Android Beam is a feature that was first introduced in Android 4.0 Ice Cream Sandwich but it has since fallen into obscurity and not many people know about it and that is a shame. I still remember the days where phones had infrared sensors and we needed to hold them close together whenever we wanted to do a file transfer. Beam is highly reminiscent of that process though it is obviously much faster and more intuitive than the old days.
What is Android Beam?
Simply put, Android Beam is a feature that uses NFC in order to pair up two devices with Bluetooth for the sole purpose of sharing files and data quickly. Beam automatically enables and disables Bluetooth when needed and it was created mainly so that users could quickly share things like contact information, links, and videos without resorting to other apps. Android’s sharing features are much more powerful but Beam can be used when you are with friends and just want to share quick snippets of data and not when you want to send them every single photo in your phone.
Technically, Android Beam can be used to share any file but the process takes much longer as this feature uses Bluetooth for transfers instead of Wi-Fi. Samsung does have a custom version called S Beam which uses Wi-Fi for faster transfers but the feature is limited to specific devices whereas Android Beam is available in every single Android device that has NFC and runs any version of Android from 4.0 and later.
Set things up
Before you can use Android Beam, you have to make sure that NFC is enabled in your device. Usually, NFC is turned on by default but many users disable it in order to save battery and only enable it when they need it. The option to enable/disable NFC is in Settings > More, at least in stock Android. The location may vary depending on your manufacturer though so Samsung users need to go to Settings > NFC & payment instead, for instance.
Beam is automatically enabled when NFC is on so you will not need to worry about that. Do note that both devices need to be unlocked in order for Beam to work.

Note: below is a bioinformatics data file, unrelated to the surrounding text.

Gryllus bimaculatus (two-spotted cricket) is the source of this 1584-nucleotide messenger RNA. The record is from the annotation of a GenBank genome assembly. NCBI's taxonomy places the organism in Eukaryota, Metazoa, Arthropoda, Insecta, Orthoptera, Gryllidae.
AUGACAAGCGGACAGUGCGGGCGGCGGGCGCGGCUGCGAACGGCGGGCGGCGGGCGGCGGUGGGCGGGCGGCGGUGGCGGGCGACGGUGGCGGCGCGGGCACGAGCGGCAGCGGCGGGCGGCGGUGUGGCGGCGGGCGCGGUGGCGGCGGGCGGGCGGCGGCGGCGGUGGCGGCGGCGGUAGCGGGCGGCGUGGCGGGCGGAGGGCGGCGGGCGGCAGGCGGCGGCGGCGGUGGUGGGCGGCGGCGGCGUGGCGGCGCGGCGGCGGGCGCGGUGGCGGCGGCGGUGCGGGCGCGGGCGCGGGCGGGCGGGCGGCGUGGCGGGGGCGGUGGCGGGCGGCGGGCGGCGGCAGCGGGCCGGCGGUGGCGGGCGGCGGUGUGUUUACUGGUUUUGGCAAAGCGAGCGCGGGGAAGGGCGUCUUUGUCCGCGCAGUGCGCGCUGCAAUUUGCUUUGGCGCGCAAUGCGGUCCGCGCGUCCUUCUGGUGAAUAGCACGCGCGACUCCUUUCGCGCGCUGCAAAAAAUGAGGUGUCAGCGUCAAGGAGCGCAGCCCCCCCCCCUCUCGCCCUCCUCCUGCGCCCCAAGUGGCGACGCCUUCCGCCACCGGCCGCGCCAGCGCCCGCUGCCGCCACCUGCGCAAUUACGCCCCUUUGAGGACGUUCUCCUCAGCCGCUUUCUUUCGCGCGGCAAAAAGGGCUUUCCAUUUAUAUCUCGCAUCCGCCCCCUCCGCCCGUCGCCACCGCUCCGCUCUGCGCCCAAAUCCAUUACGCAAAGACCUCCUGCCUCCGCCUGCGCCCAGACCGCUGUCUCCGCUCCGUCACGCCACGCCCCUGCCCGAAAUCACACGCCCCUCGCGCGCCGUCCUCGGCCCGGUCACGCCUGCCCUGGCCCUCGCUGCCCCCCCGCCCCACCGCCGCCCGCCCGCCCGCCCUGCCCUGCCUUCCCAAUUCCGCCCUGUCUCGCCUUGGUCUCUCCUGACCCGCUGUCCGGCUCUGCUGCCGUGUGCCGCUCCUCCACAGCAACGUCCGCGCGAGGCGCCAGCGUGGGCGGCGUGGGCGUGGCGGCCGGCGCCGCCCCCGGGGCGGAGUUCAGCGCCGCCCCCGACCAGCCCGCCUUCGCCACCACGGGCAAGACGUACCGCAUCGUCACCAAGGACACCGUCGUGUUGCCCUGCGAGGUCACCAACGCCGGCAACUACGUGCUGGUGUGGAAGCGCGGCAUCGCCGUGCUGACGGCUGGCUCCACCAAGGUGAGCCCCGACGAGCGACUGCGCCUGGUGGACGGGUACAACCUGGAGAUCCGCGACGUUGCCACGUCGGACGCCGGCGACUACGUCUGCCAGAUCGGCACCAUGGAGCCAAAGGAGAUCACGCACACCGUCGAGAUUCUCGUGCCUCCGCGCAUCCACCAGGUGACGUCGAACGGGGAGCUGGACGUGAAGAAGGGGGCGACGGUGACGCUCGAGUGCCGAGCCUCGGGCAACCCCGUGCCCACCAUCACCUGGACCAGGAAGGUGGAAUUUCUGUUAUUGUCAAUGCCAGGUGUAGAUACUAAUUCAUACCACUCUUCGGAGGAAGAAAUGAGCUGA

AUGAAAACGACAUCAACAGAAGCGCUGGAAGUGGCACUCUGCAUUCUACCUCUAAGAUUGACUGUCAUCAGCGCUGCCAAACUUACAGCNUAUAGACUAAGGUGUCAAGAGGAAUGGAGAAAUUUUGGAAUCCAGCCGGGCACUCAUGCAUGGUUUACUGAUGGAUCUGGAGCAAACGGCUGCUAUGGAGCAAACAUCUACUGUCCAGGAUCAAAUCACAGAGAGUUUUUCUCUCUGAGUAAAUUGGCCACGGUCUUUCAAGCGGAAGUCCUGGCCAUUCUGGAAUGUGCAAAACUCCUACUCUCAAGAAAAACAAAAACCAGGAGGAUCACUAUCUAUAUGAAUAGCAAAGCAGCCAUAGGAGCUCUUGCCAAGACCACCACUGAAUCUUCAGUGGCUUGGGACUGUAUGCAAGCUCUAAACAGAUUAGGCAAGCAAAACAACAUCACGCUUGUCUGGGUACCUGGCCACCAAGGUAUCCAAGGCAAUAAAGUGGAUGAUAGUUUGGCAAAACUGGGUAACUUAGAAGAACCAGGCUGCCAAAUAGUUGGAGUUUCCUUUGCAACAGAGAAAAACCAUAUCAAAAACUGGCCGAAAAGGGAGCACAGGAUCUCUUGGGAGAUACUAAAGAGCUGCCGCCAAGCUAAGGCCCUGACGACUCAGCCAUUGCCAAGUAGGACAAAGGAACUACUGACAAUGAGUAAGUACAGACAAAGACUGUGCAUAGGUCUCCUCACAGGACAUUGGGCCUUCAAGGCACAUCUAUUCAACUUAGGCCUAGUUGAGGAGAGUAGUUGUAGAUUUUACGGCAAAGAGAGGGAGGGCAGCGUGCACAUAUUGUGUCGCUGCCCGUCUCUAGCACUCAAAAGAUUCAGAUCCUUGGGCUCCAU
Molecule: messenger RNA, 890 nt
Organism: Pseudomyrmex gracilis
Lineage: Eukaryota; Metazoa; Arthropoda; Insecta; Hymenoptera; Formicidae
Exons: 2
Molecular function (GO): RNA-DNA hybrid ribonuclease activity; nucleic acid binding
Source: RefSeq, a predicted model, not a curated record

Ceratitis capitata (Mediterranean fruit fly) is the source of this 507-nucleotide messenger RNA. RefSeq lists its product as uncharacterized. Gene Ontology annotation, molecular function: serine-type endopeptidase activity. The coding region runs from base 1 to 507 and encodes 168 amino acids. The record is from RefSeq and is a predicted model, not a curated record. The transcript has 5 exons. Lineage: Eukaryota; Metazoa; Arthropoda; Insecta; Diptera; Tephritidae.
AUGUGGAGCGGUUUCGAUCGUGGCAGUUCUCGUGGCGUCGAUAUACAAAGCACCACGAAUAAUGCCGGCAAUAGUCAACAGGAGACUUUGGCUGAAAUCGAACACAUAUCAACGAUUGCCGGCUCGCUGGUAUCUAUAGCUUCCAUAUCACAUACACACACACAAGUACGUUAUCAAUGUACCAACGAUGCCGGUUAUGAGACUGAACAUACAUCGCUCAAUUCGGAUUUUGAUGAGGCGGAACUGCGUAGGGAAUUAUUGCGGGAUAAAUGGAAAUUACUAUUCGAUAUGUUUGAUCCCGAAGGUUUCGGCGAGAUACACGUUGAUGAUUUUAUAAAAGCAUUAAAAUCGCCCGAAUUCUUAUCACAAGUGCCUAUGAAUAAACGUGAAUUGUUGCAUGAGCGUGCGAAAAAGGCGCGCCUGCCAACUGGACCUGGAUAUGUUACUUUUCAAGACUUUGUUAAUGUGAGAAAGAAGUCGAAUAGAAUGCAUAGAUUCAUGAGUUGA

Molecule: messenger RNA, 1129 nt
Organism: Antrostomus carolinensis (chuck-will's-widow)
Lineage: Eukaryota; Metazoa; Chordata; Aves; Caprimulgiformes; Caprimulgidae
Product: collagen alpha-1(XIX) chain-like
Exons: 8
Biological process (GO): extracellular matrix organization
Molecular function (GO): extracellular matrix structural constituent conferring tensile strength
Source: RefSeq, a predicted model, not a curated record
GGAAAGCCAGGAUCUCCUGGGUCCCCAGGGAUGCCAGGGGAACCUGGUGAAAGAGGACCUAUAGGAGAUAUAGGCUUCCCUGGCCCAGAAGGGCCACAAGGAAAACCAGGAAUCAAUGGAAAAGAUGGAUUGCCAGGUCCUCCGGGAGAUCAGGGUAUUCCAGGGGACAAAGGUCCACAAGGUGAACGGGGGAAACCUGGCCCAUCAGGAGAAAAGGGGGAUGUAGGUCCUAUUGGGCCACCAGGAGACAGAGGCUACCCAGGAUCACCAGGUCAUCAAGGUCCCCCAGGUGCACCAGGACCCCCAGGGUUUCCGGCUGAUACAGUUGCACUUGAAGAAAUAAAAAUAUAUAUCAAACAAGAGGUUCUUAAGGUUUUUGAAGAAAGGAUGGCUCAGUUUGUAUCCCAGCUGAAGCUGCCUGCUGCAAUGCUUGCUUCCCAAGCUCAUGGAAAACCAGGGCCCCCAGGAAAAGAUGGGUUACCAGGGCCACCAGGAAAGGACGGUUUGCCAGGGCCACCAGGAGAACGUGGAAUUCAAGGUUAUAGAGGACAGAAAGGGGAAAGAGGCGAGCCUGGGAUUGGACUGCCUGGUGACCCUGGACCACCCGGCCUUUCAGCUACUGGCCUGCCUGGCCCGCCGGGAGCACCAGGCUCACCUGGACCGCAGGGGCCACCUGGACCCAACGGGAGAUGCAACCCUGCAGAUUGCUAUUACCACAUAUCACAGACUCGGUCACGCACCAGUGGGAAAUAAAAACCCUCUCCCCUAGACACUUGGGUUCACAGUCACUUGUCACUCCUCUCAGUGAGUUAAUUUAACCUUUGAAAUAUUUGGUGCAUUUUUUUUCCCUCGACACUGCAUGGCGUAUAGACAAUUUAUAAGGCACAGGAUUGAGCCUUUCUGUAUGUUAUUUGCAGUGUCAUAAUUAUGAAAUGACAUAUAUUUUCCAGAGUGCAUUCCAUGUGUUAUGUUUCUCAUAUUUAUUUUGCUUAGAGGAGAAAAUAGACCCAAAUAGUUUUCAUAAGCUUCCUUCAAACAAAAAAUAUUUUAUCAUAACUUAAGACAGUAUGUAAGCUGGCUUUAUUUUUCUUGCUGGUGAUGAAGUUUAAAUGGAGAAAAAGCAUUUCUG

Touch to Beam
This method of sharing is exactly why I like Beam so much and why I wish more people were familiar with it. The Touch to Beam feature is the modern throwback to the IR days and thankfully made better with the latest tech. Whenever you are viewing something in your device like an image, a link in your browser or another file in your phone, you can quickly share it with a friend by bringing your two devices close to each other in a back-to-back position. Once you do that, the content you are displaying on your phone will shrink and you will get a “Touch to beam” option at the very top of your screen. Tap on that and Android Beam will instantly share the content to your friend’s device, just like that.
When the sharing is complete, both phones will be returned to their normal states. You only need to have the two devices close in order to establish the initial connection. The sharing happens via Bluetooth so you can move away and wait for the confirmation beep to know when the file sharing is finished. Also remember that you can use this method to share pretty much anything, including map directions. This can be extremely useful in situations where one user cannot interact with their device like when driving.
Beam via the Share menu
Some devices may not work well with the Touch to Beam method but that does not mean you cannot use the feature. An option that first arrived with Android 5.0 Lollipop allows users to take advantage of the Share menu and employ Android Beam from there. To use the feature, simply open the share menu in all supported files and select the Android Beam option. The content you are displaying will shrink and you will need to touch the back of the receiving device with the back of your phone. Once the connection between the two devices has been established, the file transfer will be initiated and you are free to move the devices away from each other. To be honest, this feature is more of a gimmick but some people may find it suitable, especially if their friends agree.